Loss of friends, family leaves emotional scars

Higher suicide rates for refugees who witness violence, psychologists say

April 24, 1999|By LOS ANGELES TIMES

BRAZDA, Macedonia -- At a makeshift school in a refugee camp, it was 5-year-old Jeton Hasani's turn to tell his story of what happened in Kosovo.

With the teacher at his side, Jeton started to talk in a matter-of-fact tone.

"A grenade was thrown into our garden. Then my grandma was dead. My uncle, he's standing over there, was injured," Jeton said.

Then the meaning of his words seemed to hit him. His whole body tensed up, his cherubic face turned bright red and tears started to sprinkle from his eyes.

"Grandma, grandma, I want my grandma!" he cried.

The rest of the class, more than a dozen small children, sat quietly on a gray wool blanket watching the painful scene.

Losses such as Jeton's hardly make headlines amid the accounts of massacres and the systematic expulsion of hundreds of thousands of Kosovar Albanians from their homeland in recent weeks.

But the killings of countless beloved grandmothers and best friends during Serbian forces' sweep through Kosovo are leaving emotional and psychological scars that will outlast the war in the Yugoslav province.

Coping with tragedy

The people who have experienced these devastating personal tragedies are dealing with them in different ways.

Some are trying to exact revenge with their own hands.

Others are determined that once they return to Kosovo, no Serbs will share their land.

And others, who like Jeton are too small to think about making someone pay for their pain, have been so deeply traumatized that they may never be the same.

Jeton's grandmother, Arife Hasani, 57, was the one who cuddled with him while watching cartoons on television each day. And she was the one who baked the delicious cheese and spinach pies that are his favorite.

Now she's buried in the garden.

Hasani and her daughter, Fatmire Hasani, were up late March 25 preparing to follow the order of Serbian security forces to leave their home in Metrovica early the next morning.

The NATO bombings had begun the day before.

Fatmire Hasani, Jeton's aunt, was in the bathroom when she heard an explosion that knocked the lights out. In the darkness, she heard her mother's faint voice and found her lying in blood.

A piece of shrapnel had lodged into her neck. Soon she was in a coma, then dead.

The family wanted to keep the news from Jeton, so when he asked for his grandmother in the morning, they told him she was in the hospital. But he discovered her body and vomited from the shock.

For a week, Jeton couldn't stop crying. Since then, he talks about his grandmother all the time and sees her in his sleep.

Reliving the moment

So does Fatmire Hasani.

"I keep dreaming of the moment when I found her. And she says to me: `I'm not dead. I'm alive,' " said the 30-year-old teacher.

Besim Berisha, 21, was hiding in the hills near his home in the southern Kosovar village of Mirosala when he saw tanks approach his house.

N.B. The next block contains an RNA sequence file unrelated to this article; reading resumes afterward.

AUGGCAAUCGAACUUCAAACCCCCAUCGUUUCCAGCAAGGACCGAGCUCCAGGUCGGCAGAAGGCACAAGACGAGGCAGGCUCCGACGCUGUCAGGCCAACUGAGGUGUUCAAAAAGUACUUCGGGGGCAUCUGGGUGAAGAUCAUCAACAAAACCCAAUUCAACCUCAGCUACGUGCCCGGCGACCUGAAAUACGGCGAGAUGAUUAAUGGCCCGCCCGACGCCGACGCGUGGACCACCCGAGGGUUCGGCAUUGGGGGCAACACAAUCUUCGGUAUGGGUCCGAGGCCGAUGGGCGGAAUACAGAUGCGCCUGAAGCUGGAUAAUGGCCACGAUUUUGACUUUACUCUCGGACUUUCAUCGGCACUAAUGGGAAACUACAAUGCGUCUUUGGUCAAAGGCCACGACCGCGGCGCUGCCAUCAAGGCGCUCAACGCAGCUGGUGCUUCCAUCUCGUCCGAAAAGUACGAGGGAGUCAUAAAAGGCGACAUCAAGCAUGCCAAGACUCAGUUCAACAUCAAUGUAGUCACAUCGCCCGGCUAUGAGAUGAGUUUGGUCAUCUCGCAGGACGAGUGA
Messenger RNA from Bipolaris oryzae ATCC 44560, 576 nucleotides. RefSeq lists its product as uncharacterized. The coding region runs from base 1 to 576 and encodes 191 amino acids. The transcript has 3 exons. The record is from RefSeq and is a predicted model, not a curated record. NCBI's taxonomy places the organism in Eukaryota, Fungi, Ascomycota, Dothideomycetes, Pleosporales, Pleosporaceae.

"My grandfather came out to see what was happening," Berisha said. "I saw them stab him in the chest with a knife."

Death did not come as a surprise to 70-year-old Zejnel Berisha. He had said goodbye to his loved ones when they headed into the forest to hide from Serbian se- curity forces who had ordered them out.

"He didn't want to leave the house," said Besim Berisha. "He wanted to die in his own home."

`I don't have a heart'

Berisha said he had finished crying over his grandfather's death, and now he is determined to avenge it.

"I don't have a heart anymore," he said cooly.

Berisha wants to join the Kosovo Liberation Army (KLA), like numerous other refugees have, but the guerrilla force is not taking volunteers without weapons of their own. Although he has no experience, Berisha said that should not stand in his way: "I will learn to fight in two hours."

Fadil Dragaj, 42, can't fight, though he would love to.

Two days before NATO began its airstrikes, Dragaj was at a cafe near the popular restaurant he owns in Pristina, Kosovo's capital, when the cafe was attacked by Serbian security forces with automatic weapons and explosives.

Five bullets left wounds in Dragaj's arms. Shrapnel lodged in his back and pierced his lungs. Three of his ribs were broken. He now has no use of his right arm, and one finger has been amputated.

He is still bandaged and aching and breathes with pain. But his greater agony is that his best friend was killed in the attack.

"I have a trauma of hatred and anger and revenge," Dragaj said. "If all the people who have committed these crimes against my people are punished, my trauma will be cured. This would be my therapy."

Such stories fit the pattern experts see among refugees.

Immediate, enduring effects

For those who have witnessed and experienced such horrors, psychologists say, the effects are both immediate and enduring. Trauma initially manifests itself in illness and medical complaints. In the long run, suicide rates are far higher among traumatized refugee populations than among those who haven't been exposed to such violence.

"It's horrible, and it's excruciatingly traumatic," said Rona Fields, an Alexandria, Va., psychologist who has conducted extensive research work on traumatized refugee populations.

Refugees who have witnessed violence to loved ones, Fields noted, often see little difference between themselves and the victims.

"They identify as the victim and put together whatever experience they've had in the camp with the experience of the trauma they've just been exposed to," said Fields.

As a result, she added, the violence done to refugees is multiplied in its effect. "It's done to terrorize in many instances. And it has just that effect."

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